Tips for Writing Article Reviews 

By Nick Wagner

Disclaimer: The following recommendations reflect my training and experience alone. This is how I do it. It’s not the only way to do it. 

General Notes

  • Review the research, not the researchers. Refer to the manuscript (e.g., “the introduction of the manuscript would be improved by the inclusion of X literature”) rather than the authors (e.g., “the authors failed to include X in the introduction”). Be nice!

  • Be specific. Your task is to assess the specific research that has been submitted for publication. This is not to suggest that you shouldn’t comment on how the manuscript fits with the literature as a whole, but this assessment should provide specific examples or explanation. If you don’t think the manuscript will make a contribution to the literature, say so and say why, specifically. 

  • Relate everything to the study goals presented by the authors. They’re out to achieve their goals, not yours, so their work should be assessed in the context of their aims.

  • Focus (almost entirely) on threats to validity. Your review should focus solely on potential threats to validity, both external and internal. Are there plausible alternatives to the inferences that are being drawn? Are there confounding influences which have not been considered? Are there barriers to generalizing study inferences to the populations of interest? Do the conducted analyses align with the stated goals of the study, and are they appropriate for the types of data being used? 

  • Ask questions. This can be a dialogue. Do not hesitate to ask specific questions of the authors, so long as the answers to these questions serve to improve the paper. If the reliability of a measure is not described or a procedure is not clear, ask. But also suggest this information be included in the revision as it will be important for all readers. If the answer to your question isn’t relevant to the eventual readership of the article, think hard about whether it needs to be asked.

Writing the Review 

  • Schedule one hour to write the review and do your best not to go over. 

Reviewing an article will likely take more time early in your career, but I’ve found that putting a limit how long I’m willing to spend on the review helps to focus my work without negatively impacting the quality of the review.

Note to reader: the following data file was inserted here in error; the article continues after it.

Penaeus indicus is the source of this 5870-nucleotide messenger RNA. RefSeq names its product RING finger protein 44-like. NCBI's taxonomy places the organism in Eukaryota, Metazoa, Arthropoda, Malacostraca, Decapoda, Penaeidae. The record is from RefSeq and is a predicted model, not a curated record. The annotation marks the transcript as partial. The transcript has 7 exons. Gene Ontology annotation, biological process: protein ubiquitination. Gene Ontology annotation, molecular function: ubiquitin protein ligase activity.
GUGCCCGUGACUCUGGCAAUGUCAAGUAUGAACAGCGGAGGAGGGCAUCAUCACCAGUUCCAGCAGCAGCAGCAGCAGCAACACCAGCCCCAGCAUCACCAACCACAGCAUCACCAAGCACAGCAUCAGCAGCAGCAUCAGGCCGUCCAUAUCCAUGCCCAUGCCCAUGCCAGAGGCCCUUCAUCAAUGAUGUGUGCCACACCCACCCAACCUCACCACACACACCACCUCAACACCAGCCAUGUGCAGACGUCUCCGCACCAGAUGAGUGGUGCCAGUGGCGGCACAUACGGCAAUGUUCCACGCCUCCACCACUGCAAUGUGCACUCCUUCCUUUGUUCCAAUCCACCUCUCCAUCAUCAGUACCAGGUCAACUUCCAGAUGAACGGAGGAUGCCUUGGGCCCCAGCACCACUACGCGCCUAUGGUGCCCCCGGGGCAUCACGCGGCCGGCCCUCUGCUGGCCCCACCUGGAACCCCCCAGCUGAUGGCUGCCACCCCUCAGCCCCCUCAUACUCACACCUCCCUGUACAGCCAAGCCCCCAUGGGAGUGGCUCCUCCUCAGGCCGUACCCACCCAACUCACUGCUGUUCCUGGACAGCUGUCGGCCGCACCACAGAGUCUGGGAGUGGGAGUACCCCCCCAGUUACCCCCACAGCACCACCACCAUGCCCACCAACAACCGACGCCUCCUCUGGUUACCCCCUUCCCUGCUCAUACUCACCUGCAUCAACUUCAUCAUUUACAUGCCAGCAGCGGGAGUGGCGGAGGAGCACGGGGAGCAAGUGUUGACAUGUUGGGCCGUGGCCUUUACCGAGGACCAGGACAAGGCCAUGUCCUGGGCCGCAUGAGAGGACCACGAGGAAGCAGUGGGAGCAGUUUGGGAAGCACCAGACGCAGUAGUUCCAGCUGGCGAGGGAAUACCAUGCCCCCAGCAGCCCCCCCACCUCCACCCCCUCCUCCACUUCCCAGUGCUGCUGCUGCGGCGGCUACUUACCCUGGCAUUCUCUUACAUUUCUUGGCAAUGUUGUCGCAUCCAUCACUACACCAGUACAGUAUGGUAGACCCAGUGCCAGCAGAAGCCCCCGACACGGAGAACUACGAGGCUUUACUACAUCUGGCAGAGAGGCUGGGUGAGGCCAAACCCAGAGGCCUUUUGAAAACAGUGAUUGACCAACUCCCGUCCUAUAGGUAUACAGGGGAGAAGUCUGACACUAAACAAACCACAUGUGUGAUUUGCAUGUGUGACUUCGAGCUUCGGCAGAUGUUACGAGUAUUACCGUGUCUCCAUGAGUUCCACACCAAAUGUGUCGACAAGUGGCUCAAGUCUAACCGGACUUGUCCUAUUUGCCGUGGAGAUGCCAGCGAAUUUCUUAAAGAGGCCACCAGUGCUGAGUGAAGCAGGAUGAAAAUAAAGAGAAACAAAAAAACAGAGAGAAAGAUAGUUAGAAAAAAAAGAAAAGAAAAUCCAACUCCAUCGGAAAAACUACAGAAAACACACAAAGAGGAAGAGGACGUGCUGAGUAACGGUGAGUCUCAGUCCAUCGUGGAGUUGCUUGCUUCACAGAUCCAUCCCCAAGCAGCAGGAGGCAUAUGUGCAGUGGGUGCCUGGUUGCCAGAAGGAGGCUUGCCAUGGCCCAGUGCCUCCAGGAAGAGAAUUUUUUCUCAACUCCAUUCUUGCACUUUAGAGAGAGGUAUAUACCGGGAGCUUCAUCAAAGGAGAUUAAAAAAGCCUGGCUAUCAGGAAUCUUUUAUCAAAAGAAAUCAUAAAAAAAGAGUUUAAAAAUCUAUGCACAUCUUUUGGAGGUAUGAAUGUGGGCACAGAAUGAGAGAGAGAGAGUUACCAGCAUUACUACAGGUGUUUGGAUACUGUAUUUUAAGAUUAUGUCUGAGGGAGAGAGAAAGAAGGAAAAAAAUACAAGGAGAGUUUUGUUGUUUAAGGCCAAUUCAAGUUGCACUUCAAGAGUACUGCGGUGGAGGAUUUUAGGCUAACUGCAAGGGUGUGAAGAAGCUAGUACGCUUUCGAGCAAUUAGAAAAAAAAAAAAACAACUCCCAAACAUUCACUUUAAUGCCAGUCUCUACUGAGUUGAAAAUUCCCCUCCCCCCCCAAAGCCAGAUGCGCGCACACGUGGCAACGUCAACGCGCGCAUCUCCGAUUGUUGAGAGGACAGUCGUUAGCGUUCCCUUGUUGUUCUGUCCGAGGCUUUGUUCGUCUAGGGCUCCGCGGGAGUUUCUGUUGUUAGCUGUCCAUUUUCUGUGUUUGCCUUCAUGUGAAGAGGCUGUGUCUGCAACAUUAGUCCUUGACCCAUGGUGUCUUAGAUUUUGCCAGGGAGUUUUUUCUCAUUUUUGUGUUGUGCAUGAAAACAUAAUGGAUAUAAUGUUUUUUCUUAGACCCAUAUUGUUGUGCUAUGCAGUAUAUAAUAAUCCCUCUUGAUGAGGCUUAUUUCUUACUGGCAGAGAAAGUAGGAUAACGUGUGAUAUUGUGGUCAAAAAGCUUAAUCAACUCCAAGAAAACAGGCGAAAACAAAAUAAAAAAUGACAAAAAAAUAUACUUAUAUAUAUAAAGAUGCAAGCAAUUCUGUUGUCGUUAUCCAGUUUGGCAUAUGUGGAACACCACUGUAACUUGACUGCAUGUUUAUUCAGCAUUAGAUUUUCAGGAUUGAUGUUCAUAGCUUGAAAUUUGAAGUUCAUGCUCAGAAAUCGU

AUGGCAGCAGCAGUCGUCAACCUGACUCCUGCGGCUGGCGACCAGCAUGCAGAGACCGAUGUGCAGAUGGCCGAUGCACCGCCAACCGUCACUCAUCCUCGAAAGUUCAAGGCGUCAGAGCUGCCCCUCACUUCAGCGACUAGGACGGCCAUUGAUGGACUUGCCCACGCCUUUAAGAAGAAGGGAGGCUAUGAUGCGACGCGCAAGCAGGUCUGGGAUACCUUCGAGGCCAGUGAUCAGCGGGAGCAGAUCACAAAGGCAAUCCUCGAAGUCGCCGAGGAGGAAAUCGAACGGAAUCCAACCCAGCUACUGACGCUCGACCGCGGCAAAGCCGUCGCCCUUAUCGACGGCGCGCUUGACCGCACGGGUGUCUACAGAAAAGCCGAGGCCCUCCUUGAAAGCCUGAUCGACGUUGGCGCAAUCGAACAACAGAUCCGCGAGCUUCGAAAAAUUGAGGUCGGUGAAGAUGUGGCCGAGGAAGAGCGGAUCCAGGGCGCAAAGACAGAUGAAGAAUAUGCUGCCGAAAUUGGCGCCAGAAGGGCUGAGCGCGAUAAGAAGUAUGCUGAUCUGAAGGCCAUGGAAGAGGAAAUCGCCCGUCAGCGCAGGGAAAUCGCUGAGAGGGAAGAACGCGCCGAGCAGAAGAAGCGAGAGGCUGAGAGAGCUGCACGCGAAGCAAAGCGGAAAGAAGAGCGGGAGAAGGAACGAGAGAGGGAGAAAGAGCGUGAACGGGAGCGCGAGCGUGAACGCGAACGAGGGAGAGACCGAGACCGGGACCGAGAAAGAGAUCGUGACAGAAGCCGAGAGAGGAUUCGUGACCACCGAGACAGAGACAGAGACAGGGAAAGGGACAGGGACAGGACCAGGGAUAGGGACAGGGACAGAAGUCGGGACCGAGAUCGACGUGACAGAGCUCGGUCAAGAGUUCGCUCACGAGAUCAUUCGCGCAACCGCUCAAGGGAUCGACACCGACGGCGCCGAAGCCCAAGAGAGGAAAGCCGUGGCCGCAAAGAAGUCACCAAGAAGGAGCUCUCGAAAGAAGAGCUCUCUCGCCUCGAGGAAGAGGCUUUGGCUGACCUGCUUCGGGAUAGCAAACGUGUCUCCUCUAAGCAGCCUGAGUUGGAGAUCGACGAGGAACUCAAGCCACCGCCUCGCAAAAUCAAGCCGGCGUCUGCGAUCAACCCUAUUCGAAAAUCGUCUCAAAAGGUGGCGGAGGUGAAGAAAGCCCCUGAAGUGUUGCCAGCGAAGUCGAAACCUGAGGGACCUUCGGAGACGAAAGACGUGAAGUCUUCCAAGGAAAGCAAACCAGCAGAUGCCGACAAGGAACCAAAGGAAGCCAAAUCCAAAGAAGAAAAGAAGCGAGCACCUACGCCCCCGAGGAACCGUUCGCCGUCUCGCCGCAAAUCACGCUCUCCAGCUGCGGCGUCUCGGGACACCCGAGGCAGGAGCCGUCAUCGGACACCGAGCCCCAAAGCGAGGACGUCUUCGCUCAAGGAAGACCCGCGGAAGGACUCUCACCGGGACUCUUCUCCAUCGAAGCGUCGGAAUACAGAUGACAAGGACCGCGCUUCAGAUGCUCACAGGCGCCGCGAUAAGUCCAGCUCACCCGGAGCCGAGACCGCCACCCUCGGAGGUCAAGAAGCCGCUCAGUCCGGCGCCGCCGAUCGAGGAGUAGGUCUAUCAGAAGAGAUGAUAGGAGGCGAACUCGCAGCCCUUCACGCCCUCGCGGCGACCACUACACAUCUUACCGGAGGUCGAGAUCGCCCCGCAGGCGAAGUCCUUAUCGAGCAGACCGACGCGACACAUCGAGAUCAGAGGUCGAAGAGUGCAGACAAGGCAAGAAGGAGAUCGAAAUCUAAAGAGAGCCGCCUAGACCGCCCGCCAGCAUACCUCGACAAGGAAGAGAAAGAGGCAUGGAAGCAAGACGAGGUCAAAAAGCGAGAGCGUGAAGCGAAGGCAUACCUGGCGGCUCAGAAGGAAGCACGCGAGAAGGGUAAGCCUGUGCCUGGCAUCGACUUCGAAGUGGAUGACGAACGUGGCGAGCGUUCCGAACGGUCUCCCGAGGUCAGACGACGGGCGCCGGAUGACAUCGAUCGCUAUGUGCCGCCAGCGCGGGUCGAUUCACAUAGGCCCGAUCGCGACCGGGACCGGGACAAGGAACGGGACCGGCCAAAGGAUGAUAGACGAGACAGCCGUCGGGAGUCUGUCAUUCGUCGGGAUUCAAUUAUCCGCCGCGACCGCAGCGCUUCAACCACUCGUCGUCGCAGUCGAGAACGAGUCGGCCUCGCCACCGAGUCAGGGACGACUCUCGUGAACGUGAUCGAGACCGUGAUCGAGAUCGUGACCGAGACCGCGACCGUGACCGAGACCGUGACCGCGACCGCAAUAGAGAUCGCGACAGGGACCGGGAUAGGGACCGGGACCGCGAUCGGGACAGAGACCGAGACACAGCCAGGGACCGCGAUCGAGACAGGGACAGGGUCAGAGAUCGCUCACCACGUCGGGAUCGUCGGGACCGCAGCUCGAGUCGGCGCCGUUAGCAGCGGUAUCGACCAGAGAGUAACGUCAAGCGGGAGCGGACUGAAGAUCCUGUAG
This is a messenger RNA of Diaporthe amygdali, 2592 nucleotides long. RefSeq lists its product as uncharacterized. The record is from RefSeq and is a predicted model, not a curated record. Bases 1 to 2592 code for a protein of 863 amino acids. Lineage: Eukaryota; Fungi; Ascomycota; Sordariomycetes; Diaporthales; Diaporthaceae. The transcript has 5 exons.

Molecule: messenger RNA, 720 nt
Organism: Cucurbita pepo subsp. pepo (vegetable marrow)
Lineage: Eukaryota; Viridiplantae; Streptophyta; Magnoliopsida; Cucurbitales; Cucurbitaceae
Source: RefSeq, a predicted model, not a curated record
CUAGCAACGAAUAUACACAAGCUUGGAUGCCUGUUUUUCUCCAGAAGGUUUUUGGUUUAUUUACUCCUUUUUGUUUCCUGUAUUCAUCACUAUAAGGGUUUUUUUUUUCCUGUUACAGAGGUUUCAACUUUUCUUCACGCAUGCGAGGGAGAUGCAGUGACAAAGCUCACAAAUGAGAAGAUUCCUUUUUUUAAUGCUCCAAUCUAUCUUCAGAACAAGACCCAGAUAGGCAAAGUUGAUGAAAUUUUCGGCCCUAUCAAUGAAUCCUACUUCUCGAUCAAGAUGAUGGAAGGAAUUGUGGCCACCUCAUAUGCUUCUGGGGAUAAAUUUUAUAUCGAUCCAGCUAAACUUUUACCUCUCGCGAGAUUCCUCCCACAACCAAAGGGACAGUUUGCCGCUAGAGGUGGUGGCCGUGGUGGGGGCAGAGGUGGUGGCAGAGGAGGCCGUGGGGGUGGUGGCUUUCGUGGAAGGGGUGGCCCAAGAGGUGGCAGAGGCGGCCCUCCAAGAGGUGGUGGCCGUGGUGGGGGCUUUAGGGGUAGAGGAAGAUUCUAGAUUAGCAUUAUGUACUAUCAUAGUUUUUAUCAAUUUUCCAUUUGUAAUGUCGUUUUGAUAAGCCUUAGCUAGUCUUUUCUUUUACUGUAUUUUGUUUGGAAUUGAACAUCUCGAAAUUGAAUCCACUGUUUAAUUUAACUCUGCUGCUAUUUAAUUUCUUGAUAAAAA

• Start the review by stating your view of the main goals of the article.

The first paragraph of your review should state what you think the article is about. This shows the authors that you read it. They know they have some work to do if they read the review and see that your opening paragraph misses what they had intended to be the main point(s) of their paper. This paragraph should also provide your global assessment of the paper.  This is usually how I open:

“The article entitled “xxx” examines xxxx. [insert statement about overall view of how successfully addressing these goals will contribute, or not, to the literature]. Although the article possessed many strengths, including xxx, my enthusiasm for this work is limited by the following issues.” 

  • Identify positives

It is nice to use the first paragraph, or a very short second paragraph, to identify positives of the work. Don’t spend a lot of time on this, but if there are things that you think are noteworthy or contribute to the strength of the paper, it’s nice to include them. 

The rest of the review should proceed in bulleted or short paragraph form.

The paragraphs should be comprised (roughly) of the following information:

  • Clearly state each issue, starting with the most critical (most severe threat to validity). 

What limits your confidence in the inferences that are being drawn from the findings? Think about the reliability and validity of the measures. Think about generalizability. Think about plausible alternatives, and provide them. 

  • Why is this a problem? Be specific. 

Clearly explain why the issue you’ve raised is an issue. Be as concise as possible, providing relevant citations as needed. If you reference another paper in supporting your argument, provide the citation for paper so the authors can find it. 

  • What can be done about it?

This is quite possibly the most important part of the review. Even if the paper is rejected, a good review should give the authors an idea of how to improve their work. Authors will incorporate the reviews they get into their work even when submitting to a new journal, so do your best to make specific suggestions about how to improve the paper (e.g., inclusion of additional literature, alternative analytic approaches, etc.). 

  • Provide a summary paragraph only if useful.